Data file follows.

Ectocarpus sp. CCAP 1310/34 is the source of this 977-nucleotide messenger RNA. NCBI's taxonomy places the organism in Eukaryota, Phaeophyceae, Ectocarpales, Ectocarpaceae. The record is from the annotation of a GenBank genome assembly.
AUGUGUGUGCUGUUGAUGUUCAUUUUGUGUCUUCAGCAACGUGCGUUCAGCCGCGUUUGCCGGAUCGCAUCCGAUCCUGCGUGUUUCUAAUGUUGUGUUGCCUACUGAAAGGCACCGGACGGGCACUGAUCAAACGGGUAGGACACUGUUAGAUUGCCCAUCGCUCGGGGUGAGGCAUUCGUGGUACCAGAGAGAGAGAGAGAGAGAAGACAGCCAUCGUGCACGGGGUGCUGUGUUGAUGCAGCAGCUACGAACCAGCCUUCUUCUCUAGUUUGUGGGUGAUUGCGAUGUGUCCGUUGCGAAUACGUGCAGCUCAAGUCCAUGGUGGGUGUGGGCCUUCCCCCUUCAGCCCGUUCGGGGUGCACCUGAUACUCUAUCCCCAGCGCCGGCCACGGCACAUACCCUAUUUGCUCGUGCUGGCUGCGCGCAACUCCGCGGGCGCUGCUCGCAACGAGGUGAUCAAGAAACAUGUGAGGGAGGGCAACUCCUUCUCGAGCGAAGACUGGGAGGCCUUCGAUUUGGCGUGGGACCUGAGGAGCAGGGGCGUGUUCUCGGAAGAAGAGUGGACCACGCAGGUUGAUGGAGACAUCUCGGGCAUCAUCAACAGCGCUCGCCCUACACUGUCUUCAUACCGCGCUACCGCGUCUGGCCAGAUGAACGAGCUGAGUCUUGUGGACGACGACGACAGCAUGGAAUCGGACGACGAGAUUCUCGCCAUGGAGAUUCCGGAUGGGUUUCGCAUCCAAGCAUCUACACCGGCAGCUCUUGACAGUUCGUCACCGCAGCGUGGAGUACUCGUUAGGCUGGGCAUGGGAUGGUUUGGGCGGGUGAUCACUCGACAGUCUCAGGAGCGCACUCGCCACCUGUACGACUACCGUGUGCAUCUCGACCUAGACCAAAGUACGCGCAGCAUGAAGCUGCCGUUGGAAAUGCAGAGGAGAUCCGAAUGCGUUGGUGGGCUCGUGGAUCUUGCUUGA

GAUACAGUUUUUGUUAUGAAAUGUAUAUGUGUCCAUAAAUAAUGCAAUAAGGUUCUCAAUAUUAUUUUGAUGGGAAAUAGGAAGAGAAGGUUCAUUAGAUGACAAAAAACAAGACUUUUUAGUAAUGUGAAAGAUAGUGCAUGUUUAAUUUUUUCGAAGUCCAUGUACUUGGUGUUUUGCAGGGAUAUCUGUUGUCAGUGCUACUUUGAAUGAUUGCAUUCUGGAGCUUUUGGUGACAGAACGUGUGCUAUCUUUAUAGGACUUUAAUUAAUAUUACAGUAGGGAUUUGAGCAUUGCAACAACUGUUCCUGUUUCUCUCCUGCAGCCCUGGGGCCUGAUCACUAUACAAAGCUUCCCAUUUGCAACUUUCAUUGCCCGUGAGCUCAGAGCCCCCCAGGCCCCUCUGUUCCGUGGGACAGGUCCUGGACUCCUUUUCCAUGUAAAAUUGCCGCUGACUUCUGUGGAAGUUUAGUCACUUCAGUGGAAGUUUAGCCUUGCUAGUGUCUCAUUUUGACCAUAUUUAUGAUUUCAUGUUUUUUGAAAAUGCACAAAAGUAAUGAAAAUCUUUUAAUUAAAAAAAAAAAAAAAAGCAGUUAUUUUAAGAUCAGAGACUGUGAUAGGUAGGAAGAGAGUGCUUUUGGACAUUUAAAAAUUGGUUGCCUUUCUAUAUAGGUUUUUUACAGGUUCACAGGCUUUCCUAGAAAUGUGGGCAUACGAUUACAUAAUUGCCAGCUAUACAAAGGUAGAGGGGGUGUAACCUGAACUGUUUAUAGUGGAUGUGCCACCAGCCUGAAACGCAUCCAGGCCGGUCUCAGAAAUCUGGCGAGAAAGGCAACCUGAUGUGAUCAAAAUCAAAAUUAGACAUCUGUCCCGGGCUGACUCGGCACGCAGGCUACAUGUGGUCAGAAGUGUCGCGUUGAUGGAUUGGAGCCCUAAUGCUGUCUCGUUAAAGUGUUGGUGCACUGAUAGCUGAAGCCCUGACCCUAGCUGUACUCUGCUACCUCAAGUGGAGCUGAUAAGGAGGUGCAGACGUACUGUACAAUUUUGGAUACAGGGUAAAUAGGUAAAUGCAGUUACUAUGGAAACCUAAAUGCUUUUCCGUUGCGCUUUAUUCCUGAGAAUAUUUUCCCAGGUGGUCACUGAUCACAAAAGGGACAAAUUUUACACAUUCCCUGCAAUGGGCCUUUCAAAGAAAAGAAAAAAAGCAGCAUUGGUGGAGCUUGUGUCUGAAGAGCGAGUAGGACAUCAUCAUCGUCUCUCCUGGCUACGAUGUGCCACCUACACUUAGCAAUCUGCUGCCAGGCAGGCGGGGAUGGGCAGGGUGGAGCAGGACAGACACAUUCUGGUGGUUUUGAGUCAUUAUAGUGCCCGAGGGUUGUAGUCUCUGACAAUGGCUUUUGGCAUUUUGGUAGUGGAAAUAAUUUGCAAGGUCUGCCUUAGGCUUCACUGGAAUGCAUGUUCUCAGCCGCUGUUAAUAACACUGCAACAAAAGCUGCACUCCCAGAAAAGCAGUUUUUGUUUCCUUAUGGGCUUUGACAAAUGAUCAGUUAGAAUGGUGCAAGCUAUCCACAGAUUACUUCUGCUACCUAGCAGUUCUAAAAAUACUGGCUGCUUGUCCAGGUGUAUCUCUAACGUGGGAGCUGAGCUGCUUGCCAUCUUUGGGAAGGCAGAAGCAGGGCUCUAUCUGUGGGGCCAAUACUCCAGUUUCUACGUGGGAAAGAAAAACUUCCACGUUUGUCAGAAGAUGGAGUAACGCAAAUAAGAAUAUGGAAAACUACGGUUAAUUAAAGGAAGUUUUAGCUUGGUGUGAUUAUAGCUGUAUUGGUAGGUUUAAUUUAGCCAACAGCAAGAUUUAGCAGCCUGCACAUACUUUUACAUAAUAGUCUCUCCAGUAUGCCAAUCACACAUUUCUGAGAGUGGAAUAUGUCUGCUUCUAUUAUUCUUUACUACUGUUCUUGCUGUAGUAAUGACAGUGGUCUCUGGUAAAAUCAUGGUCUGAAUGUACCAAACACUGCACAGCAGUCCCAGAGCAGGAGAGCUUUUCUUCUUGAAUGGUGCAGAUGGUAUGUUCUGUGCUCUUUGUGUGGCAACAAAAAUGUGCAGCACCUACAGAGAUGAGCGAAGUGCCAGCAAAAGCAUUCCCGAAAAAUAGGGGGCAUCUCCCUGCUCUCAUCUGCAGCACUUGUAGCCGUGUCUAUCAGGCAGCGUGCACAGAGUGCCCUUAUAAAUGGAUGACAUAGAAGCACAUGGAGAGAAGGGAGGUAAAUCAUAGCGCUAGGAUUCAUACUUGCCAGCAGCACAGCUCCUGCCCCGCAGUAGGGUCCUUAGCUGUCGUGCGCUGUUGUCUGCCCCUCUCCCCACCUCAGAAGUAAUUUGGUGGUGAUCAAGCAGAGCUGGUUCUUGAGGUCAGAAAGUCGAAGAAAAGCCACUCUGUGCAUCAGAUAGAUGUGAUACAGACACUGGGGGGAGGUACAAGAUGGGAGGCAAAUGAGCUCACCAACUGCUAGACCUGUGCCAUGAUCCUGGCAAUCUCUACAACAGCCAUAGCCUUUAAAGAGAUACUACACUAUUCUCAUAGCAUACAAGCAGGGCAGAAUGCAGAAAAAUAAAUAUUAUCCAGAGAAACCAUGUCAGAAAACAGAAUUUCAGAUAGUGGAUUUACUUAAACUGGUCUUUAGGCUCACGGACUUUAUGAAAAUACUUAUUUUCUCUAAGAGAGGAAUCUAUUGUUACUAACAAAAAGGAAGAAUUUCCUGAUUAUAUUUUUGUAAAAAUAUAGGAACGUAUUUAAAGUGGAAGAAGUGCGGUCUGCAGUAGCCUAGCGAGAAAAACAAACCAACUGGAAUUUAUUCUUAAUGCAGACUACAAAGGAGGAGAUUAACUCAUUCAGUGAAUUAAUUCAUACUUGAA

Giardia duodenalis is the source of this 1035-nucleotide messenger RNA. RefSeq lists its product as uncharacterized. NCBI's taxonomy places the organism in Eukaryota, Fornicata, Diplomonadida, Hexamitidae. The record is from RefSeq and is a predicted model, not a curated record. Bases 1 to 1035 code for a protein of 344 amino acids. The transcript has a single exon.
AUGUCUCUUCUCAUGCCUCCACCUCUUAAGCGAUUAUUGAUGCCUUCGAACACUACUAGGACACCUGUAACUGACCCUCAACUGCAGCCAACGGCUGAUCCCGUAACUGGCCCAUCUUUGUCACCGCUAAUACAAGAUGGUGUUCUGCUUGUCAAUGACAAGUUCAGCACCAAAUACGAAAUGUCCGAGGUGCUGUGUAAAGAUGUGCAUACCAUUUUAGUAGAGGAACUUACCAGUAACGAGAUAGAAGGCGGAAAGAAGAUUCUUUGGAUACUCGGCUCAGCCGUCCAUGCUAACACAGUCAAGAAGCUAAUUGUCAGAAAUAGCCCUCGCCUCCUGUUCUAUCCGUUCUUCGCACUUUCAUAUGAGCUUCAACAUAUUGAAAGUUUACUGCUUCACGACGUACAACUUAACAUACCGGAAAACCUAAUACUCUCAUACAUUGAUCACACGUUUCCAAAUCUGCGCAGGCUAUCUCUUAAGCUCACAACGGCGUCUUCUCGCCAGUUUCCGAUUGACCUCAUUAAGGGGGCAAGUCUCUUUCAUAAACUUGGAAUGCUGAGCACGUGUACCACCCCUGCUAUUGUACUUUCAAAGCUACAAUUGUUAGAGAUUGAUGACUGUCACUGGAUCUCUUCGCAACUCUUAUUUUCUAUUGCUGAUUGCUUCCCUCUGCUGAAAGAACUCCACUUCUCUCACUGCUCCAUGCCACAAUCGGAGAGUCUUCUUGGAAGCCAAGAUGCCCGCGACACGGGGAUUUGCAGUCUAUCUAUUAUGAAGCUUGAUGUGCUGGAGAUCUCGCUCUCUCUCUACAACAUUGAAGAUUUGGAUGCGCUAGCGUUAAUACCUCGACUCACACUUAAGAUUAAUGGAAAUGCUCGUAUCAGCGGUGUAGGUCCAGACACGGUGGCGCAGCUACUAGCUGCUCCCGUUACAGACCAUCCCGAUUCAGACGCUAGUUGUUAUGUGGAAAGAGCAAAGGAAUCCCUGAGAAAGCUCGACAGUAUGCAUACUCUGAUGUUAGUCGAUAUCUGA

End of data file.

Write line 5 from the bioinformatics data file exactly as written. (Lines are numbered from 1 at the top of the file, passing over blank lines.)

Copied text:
AUGUCUCUUCUCAUGCCUCCACCUCUUAAGCGAUUAUUGAUGCCUUCGAACACUACUAGGACACCUGUAACUGACCCUCAACUGCAGCCAACGGCUGAUCCCGUAACUGGCCCAUCUUUGUCACCGCUAAUACAAGAUGGUGUUCUGCUUGUCAAUGACAAGUUCAGCACCAAAUACGAAAUGUCCGAGGUGCUGUGUAAAGAUGUGCAUACCAUUUUAGUAGAGGAACUUACCAGUAACGAGAUAGAAGGCGGAAAGAAGAUUCUUUGGAUACUCGGCUCAGCCGUCCAUGCUAACACAGUCAAGAAGCUAAUUGUCAGAAAUAGCCCUCGCCUCCUGUUCUAUCCGUUCUUCGCACUUUCAUAUGAGCUUCAACAUAUUGAAAGUUUACUGCUUCACGACGUACAACUUAACAUACCGGAAAACCUAAUACUCUCAUACAUUGAUCACACGUUUCCAAAUCUGCGCAGGCUAUCUCUUAAGCUCACAACGGCGUCUUCUCGCCAGUUUCCGAUUGACCUCAUUAAGGGGGCAAGUCUCUUUCAUAAACUUGGAAUGCUGAGCACGUGUACCACCCCUGCUAUUGUACUUUCAAAGCUACAAUUGUUAGAGAUUGAUGACUGUCACUGGAUCUCUUCGCAACUCUUAUUUUCUAUUGCUGAUUGCUUCCCUCUGCUGAAAGAACUCCACUUCUCUCACUGCUCCAUGCCACAAUCGGAGAGUCUUCUUGGAAGCCAAGAUGCCCGCGACACGGGGAUUUGCAGUCUAUCUAUUAUGAAGCUUGAUGUGCUGGAGAUCUCGCUCUCUCUCUACAACAUUGAAGAUUUGGAUGCGCUAGCGUUAAUACCUCGACUCACACUUAAGAUUAAUGGAAAUGCUCGUAUCAGCGGUGUAGGUCCAGACACGGUGGCGCAGCUACUAGCUGCUCCCGUUACAGACCAUCCCGAUUCAGACGCUAGUUGUUAUGUGGAAAGAGCAAAGGAAUCCCUGAGAAAGCUCGACAGUAUGCAUACUCUGAUGUUAGUCGAUAUCUGA